The Death of VOA Uzbek Service

by Nathan Hamm on 8/16/2004

VOA’s Uzbek language radio broadcasts have ended after 33 years. On the face of it, the decision might seem sensible. They only broadcast on shortwave and few people listen.

Thankfully, IWPR brings up an important and difficult to measure aspect of how news spreads in Uzbekistan.

Yuldoshboy Ubaidullaev, a listener in the eastern Andijan region, said, “Those who closed the Uzbek service of VOA wanted to hide the truth from us…. I used to tell friends and family in my village about what I’d heard on Voice of America.”

Cassandra Cavanaugh, the Advocacy and Grants Director with the Open Society Institute in New York, and familiar with Uzbekistan, agreed that word-of-mouth is an important means by which information can be shared in an information-starved society. Even if the actual audience, is limited, “a lot of people talk about what they hear”, she said.

There are problems inherent in a rumor and gossip bases system, but it doesn’t change that news does spread this way. Before Uzbekistan officially announced that US troops would be allowed to base in Uzbekistan, I heard about increased C-130 landings through the rumor system. It may not be perfect, but it works.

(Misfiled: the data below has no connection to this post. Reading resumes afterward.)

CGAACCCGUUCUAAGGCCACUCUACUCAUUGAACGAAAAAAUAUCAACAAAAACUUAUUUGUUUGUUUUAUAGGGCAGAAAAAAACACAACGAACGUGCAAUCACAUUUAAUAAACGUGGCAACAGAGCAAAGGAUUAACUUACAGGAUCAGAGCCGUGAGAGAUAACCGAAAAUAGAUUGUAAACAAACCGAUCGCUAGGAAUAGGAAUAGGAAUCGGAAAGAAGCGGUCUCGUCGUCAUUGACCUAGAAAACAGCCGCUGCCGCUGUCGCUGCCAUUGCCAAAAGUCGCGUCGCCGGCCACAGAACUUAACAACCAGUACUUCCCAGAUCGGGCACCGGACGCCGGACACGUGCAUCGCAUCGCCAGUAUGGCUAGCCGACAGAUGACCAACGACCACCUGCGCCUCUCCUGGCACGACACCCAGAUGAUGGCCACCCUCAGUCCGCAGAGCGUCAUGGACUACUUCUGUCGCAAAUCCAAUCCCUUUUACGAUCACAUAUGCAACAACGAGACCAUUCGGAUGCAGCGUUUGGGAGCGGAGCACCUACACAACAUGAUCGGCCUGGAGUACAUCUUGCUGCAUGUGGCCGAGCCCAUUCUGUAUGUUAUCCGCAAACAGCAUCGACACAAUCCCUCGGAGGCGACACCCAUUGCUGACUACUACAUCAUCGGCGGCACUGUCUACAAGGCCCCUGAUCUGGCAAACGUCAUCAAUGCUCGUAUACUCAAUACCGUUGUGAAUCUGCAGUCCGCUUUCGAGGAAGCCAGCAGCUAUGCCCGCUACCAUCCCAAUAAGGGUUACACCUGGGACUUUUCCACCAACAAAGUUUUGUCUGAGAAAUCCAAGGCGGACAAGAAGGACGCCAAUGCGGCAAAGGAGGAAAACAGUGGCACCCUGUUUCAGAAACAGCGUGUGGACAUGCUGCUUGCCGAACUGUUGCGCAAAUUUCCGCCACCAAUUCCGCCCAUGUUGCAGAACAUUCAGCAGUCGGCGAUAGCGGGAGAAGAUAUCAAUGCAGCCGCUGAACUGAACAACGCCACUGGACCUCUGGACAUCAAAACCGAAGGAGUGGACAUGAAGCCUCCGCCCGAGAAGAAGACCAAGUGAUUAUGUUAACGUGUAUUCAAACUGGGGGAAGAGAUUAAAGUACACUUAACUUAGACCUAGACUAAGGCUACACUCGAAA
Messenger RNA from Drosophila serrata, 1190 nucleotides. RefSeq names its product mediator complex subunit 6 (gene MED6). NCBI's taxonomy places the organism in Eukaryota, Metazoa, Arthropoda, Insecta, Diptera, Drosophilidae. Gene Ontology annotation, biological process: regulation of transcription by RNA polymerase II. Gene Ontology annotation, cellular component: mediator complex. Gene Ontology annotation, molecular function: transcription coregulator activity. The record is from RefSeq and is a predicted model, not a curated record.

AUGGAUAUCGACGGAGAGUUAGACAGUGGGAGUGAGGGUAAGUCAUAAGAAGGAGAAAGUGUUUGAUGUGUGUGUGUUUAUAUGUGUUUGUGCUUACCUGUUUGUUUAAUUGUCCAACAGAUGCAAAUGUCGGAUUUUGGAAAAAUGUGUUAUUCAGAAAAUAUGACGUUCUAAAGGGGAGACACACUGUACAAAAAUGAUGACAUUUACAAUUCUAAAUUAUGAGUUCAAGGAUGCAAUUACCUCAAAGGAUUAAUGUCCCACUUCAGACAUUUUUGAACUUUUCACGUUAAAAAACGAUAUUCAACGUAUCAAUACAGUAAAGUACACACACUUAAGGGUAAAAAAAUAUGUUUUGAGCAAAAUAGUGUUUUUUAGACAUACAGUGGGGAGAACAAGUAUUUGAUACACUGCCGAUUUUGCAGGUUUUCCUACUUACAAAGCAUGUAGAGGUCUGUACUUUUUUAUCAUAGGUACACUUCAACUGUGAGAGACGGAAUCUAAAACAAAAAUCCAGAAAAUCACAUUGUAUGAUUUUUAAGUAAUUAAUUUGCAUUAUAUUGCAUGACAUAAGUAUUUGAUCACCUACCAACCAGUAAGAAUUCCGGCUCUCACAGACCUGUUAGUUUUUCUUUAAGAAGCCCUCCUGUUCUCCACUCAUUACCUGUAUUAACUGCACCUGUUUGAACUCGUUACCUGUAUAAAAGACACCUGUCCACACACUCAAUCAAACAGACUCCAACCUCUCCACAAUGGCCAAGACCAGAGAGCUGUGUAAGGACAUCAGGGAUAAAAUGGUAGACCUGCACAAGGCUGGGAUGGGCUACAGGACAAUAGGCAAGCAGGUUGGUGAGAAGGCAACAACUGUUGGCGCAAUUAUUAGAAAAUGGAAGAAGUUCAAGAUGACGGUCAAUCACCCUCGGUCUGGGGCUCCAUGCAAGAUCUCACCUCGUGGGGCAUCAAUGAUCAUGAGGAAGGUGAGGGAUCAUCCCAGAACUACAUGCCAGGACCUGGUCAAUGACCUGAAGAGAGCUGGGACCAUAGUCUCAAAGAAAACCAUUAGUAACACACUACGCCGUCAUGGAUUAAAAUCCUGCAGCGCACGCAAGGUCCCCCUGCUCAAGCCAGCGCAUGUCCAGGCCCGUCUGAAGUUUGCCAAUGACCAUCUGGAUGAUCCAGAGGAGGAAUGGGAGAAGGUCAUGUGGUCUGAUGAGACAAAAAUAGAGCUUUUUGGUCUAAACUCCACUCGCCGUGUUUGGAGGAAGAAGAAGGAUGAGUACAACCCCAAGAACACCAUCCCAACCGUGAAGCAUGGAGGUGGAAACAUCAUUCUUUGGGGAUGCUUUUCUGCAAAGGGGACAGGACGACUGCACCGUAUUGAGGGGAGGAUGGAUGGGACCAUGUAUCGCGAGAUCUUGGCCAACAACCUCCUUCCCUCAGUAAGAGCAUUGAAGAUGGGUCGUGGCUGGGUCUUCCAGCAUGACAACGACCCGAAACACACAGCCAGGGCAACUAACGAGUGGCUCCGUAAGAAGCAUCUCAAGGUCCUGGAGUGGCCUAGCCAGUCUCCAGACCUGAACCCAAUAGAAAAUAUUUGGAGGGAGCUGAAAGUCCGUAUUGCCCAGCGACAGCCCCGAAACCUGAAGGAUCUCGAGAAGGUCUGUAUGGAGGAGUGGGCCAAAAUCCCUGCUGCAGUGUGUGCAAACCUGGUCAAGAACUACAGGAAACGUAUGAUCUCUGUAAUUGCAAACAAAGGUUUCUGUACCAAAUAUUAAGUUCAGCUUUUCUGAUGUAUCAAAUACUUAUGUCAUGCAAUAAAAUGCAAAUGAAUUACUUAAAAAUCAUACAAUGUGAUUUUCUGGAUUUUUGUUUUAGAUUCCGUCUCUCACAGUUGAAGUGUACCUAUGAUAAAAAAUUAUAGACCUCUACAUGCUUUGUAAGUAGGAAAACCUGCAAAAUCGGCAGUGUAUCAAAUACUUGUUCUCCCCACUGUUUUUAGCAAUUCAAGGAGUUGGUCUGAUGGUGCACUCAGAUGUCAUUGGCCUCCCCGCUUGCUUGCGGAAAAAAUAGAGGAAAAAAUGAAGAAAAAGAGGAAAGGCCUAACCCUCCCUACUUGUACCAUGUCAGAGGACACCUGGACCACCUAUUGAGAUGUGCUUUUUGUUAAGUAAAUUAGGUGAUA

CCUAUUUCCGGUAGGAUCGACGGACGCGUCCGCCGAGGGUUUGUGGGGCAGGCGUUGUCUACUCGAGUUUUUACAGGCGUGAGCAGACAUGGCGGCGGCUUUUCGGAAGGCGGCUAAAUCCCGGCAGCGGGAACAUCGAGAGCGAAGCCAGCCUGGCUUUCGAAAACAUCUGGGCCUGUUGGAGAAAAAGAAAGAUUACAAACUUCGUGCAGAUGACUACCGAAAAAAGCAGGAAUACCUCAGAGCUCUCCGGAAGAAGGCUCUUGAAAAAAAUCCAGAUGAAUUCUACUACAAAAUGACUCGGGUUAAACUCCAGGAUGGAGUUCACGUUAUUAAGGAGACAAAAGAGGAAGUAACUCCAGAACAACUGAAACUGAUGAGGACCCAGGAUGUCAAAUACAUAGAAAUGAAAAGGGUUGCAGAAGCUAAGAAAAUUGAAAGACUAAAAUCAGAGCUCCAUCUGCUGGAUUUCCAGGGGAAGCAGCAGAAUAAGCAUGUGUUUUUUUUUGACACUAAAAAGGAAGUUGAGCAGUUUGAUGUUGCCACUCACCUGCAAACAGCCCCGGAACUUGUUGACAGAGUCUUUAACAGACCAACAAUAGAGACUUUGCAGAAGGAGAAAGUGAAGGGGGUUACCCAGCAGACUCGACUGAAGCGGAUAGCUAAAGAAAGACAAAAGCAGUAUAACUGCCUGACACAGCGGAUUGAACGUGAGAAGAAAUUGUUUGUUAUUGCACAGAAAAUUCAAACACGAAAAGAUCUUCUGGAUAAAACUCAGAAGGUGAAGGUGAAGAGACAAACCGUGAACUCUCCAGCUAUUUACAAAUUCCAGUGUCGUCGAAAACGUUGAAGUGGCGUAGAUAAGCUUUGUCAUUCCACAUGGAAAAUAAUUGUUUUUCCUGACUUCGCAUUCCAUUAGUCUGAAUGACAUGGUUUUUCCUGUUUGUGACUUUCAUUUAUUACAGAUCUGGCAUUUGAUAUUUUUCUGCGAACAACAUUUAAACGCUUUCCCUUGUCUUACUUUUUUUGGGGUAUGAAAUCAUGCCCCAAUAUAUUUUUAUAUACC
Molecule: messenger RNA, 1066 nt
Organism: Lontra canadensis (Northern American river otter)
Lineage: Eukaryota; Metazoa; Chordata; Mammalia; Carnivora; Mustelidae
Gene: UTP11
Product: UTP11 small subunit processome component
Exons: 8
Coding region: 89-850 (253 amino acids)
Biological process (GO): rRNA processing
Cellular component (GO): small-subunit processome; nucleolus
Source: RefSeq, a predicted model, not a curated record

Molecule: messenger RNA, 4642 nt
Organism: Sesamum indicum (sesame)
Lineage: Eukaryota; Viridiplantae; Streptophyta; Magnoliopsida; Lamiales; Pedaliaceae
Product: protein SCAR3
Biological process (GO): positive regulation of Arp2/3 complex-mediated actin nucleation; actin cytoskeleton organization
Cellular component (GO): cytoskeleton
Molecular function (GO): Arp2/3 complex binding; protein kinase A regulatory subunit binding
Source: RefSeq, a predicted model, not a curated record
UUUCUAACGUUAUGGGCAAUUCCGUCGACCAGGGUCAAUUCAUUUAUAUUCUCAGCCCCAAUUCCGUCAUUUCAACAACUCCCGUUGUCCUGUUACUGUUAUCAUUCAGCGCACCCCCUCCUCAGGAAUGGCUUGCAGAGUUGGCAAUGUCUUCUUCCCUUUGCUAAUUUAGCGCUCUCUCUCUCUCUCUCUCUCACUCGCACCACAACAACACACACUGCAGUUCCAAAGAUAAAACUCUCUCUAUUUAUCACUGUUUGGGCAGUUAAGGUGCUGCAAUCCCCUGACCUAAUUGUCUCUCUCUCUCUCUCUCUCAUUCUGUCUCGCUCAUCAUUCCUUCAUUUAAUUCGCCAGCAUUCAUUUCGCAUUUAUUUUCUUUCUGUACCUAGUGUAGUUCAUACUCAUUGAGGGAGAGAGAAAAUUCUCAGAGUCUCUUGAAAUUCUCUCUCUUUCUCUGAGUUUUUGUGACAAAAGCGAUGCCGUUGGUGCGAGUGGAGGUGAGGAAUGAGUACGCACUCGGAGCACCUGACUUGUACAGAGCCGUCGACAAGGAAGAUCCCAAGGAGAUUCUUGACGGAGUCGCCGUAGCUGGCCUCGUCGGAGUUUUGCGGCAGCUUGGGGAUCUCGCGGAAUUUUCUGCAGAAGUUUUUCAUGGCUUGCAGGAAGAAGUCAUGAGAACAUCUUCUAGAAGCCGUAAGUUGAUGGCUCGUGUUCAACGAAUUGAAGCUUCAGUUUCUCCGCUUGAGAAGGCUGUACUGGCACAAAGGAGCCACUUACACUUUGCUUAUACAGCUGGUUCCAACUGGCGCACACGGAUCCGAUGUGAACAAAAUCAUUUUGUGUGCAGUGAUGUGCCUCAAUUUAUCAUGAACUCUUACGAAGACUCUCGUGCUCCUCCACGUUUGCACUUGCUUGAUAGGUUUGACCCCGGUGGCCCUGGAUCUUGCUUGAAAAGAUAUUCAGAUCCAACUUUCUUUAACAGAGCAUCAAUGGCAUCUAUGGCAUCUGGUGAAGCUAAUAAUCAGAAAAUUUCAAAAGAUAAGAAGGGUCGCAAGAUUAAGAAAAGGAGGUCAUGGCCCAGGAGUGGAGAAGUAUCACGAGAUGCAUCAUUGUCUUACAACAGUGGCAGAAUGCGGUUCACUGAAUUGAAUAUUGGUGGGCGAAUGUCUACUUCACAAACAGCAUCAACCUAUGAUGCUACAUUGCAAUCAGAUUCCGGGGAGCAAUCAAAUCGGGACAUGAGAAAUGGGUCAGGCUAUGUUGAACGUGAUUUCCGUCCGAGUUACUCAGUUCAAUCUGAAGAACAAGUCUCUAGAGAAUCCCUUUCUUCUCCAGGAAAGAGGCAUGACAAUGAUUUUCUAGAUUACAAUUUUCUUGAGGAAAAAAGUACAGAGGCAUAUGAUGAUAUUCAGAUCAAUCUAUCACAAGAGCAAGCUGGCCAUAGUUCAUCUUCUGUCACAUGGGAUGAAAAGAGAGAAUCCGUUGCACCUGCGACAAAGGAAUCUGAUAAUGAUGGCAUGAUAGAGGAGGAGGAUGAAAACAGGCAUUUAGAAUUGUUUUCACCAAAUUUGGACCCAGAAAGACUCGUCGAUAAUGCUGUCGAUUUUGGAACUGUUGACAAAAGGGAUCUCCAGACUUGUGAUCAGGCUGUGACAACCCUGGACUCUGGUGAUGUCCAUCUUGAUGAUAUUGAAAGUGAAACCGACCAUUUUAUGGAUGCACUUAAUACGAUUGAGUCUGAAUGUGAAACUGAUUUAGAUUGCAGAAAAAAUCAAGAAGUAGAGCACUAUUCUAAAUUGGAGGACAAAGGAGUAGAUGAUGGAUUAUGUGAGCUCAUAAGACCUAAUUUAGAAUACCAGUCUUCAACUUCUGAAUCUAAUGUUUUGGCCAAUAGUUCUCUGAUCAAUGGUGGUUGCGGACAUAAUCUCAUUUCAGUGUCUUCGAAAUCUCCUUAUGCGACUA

Radio Free Europe will continue to broadcast in Uzbek. I honestly can’t tell you what I think of the broadcasts of either because I’ve never listened to or seen what the Uzbek services covered. The only experience I had with an Uzbek who knew anything about them wondered why our government “lies about Birlik.” But then again, he was young and he’s since learned to be skeptical of the Uzbek media.

For more discussion, check out riting on the wall and Brian Ulrich.

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– author of 2991 posts on 17_PersonNotFound.

Nathan is the founder and Principal Analyst for Registan, which he launched in 2003. He was a Peace Corps Volunteer in Uzbekistan 2000-2001 and received his MA in Central Asian Studies from the University of Washington in 2007. Since 2007, he has worked full-time as an analyst, consulting with private and government clients on Central Asian affairs, specializing in how socio-cultural and political factors shape risks and opportunities and how organizations can adjust their strategic and operational plans to account for these variables. More information on Registan's services can be found here, and Nathan can be contacted via Twitter or email.

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